GROWN-ISH, a spin-off of the hit ABC sitcom Black-ish, premieres this week on. Centering around Zoey Johnson (Yara Shahidi) as she goes off to college, the series seeks to show a unique, yet familiar, point of view in the way that Black-ish does, albeit for a different demographic. It also looks to continue to be closely connected to the mother show.
Besides Zoey, who fans of Black-ish are already very familiar with, we are quickly introduced to the rest of the ensemble. There’s Nomi (Emily Arlook, Shitty Boyfriends), a closeted bisexual. Aaron (Trevor Jackson, American Crime) is super woke. Vivek (Jordan Buhrat) is far too obsessed with wealth. Luca (Luka Sabbat) is very fashionable. Sky and Jazz (R&B duo Chloe x Halle) aren’t as perfect as they pretend to be. It’s a more diverse, modern Breakfast Club, whichgoes to great pains to point out.
Many pilots go through meeting the various leads in hokey ways, bringing the main characters together in a single half hour through less than realistic means.sort of avoids that cliché by introducing Zoey to a new group of friends all at once, who happen to be in the same class as her, which makes sense.
However, Grown-ish still seems to feel the need to toss in the hokey circumstances. It details how each student ends up in a less-than-ideal midnight marketing class through zany sequences that prevent them from getting to the registrar in time. Thus, while avoiding the awkward setup initially, through flashback, it falls back into that familiar trap.
This is far from the only thing Grown-ish does wrong. The pacing is constantly interrupted by extended freeze frames, often with hashtags attached. The narration provided by Zoey is overacted and cheesy. Including fellow Black-ish character Charlie Telphy (Deon Cole) is a huge stretch that feels inauthentic. Chris Parnell (Saturday Night Live, Suburgatory) once again shows up as a goofy, out-of-touch authority figure; I love Parnell, but enough with this type for him, or characters on TV in general. A lot of the plot feels stilted and as predictable as it is uninteresting.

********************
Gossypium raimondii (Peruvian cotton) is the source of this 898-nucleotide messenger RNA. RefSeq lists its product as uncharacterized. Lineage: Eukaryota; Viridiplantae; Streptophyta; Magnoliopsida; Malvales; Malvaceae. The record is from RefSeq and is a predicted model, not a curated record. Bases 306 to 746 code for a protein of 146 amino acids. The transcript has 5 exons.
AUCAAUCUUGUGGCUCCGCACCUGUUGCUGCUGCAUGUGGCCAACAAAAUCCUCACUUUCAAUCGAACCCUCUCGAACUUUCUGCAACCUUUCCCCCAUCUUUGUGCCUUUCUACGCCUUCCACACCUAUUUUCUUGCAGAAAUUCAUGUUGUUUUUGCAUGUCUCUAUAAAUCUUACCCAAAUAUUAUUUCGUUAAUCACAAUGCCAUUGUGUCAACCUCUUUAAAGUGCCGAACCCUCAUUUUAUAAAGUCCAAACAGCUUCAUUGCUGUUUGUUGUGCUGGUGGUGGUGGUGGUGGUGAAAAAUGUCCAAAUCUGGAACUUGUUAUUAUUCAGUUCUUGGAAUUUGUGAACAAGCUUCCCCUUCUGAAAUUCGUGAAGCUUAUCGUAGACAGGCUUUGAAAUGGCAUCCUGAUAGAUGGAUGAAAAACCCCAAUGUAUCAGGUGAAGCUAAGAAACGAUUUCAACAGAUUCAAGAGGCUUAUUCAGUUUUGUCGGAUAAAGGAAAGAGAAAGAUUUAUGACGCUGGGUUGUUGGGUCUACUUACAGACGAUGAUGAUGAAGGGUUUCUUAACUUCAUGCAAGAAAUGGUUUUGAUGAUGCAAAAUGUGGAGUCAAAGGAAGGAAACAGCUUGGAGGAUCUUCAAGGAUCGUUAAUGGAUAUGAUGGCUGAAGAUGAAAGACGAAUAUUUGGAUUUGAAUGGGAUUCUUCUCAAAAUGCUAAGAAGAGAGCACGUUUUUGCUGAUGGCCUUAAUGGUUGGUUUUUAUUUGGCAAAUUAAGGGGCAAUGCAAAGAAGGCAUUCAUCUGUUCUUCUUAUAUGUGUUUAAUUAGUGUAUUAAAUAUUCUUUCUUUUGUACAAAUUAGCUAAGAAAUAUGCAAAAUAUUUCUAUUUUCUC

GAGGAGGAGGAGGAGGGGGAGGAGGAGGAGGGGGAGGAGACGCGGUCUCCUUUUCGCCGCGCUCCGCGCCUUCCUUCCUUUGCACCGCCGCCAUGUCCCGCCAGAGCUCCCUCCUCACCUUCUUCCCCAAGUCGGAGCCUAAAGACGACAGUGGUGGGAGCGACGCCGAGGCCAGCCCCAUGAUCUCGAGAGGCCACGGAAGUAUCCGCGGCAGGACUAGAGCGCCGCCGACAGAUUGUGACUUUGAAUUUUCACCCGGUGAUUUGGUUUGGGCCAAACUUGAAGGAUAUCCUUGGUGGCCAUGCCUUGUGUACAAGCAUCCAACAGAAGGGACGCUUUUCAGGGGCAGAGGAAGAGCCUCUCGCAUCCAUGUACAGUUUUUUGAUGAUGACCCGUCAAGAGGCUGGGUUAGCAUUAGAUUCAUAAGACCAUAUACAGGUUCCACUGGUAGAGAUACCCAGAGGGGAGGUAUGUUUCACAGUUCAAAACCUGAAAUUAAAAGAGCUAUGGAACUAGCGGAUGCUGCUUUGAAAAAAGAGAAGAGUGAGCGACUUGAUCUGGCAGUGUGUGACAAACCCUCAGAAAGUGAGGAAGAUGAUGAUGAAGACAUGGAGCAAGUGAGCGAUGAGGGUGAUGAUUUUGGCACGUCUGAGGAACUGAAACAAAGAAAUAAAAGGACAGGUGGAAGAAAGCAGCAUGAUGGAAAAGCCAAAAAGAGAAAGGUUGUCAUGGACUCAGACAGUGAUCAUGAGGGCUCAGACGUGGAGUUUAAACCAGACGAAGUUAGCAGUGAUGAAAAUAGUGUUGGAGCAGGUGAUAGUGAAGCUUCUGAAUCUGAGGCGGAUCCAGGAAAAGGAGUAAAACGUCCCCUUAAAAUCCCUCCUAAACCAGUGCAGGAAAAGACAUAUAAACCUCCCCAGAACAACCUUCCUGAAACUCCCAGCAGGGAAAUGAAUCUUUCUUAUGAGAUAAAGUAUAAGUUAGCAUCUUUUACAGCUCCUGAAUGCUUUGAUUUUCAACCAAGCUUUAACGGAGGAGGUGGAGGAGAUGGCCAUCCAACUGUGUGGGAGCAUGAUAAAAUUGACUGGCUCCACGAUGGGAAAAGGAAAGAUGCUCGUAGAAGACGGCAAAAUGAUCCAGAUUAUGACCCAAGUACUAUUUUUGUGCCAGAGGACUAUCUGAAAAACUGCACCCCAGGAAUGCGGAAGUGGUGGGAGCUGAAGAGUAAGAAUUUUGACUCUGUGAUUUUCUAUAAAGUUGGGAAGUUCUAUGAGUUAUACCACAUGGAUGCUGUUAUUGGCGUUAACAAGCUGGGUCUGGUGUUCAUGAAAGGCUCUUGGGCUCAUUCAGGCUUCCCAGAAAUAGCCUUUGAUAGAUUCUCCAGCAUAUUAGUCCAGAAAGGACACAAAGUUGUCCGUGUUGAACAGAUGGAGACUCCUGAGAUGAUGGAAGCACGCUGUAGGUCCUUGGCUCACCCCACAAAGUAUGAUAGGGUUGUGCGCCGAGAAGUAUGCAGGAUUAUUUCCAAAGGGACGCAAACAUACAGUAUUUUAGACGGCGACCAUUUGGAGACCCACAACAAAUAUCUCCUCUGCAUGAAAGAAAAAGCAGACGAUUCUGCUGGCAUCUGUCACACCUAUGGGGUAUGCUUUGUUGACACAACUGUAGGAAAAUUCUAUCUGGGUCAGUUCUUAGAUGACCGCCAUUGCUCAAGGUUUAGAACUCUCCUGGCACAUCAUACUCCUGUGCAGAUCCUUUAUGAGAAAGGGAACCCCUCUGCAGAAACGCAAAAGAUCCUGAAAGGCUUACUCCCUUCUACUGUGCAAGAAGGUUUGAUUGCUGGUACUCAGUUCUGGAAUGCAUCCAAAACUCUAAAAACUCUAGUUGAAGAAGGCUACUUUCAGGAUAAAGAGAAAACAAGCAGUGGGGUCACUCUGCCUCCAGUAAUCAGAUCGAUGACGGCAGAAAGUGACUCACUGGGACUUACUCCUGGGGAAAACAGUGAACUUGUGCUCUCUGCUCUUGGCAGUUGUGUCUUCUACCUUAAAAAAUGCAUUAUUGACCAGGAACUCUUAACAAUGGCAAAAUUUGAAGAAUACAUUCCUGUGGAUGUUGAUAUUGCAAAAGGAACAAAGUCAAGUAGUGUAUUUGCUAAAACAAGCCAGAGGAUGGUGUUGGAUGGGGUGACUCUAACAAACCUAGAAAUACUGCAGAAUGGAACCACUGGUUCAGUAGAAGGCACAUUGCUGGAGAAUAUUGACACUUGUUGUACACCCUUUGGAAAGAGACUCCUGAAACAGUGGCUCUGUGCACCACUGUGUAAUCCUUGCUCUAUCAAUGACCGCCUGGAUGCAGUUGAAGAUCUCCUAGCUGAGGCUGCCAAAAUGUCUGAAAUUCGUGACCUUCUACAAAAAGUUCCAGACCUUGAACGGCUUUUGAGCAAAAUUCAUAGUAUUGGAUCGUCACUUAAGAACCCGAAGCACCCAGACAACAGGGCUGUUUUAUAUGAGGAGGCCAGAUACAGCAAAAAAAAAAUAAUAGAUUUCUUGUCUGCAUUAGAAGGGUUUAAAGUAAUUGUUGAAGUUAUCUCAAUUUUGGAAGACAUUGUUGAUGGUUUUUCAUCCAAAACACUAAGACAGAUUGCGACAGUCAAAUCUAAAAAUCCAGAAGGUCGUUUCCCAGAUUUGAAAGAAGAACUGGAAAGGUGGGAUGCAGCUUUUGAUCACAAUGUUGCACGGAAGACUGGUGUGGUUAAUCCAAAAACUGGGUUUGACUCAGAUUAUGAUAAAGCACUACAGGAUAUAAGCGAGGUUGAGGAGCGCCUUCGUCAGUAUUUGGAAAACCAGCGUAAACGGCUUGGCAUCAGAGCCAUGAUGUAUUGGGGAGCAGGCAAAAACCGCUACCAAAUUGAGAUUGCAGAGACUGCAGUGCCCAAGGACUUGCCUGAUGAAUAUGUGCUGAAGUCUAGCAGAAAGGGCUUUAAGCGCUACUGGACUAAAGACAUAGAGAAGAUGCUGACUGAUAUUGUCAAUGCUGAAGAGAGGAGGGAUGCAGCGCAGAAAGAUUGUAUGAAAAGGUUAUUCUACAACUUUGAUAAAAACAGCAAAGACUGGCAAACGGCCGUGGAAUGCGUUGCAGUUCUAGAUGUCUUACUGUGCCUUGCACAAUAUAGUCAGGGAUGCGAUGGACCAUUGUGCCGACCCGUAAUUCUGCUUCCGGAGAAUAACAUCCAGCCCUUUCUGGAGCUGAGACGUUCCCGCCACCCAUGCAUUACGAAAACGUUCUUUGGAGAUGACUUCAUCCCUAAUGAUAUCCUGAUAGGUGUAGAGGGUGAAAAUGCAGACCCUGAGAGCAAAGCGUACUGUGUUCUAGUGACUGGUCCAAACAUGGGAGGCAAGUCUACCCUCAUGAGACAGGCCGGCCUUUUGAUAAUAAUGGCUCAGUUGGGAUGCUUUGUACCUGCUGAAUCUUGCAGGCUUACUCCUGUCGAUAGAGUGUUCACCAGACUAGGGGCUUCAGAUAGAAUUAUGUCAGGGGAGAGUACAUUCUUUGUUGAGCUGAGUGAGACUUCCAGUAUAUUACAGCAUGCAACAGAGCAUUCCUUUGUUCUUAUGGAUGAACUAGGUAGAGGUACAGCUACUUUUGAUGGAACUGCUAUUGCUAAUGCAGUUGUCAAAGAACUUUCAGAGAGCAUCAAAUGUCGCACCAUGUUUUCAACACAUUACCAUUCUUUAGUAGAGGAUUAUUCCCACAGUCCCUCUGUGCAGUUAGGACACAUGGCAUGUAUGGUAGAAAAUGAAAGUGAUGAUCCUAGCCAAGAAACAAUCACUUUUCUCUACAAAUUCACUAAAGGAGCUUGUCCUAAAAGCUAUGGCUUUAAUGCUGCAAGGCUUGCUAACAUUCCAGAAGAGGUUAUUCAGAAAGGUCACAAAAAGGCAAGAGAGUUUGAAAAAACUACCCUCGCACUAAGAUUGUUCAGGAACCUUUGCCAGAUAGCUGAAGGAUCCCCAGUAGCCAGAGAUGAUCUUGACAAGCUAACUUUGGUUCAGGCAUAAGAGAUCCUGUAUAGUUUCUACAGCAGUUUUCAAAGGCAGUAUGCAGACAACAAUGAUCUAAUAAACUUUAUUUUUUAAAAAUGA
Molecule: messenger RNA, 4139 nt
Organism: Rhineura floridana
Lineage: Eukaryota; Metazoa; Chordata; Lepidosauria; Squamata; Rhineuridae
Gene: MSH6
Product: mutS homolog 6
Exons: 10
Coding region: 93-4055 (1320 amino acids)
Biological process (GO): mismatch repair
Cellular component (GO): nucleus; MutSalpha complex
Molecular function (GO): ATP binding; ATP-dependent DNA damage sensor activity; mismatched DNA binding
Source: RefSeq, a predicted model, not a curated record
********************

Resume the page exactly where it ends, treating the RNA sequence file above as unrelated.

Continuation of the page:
There are promising bits, though. The pilot has an important lesson to teach involving fellow student Ana (Francia Raisa, The Secret Life of the American Teenager), and it eventually does get around to it. It may be slightly preachy, but it’s something kids should see. There is a well-defined point-of-view from not just Zoey, but the other characters, too. The basic premise is relatable and has legs for at least a little while. Some plot twists keep things interesting. The backgrounds of some of the characters aren’t nearly as sanitized as one would expect from, the show being OK with flaunting illegality to serve realism.
I also like that Grown-ish seems determined to stay connected to Black-ish, keeping the world together. A brief cameo from Andrew (Anthony Anderson) promises more to come, which makes sense for a father-daughter relationship, especially when the college is geographically close to their home. Shahidi is supposedly still going to be recurring on the original. And Cole is apparently doing double-duty, starring in both shows at once.
But overall, I did not find the Grown-ish pilot very watchable. Sure, there are some good elements, and if they are developed further, focusing on those rather than other bits, there could be a decent show here. But the essential structure itself just doesn’t feel very well done, and some choices to inject off-tone humor distract from the cohesiveness of other threads. It might be moderately successful on the Freeform network, but I can’t see it really hitting a broad audience, or even bringing along much of the Black-ish following.
Grown-ish airs this Wednesday, January 3rd, on Freeform.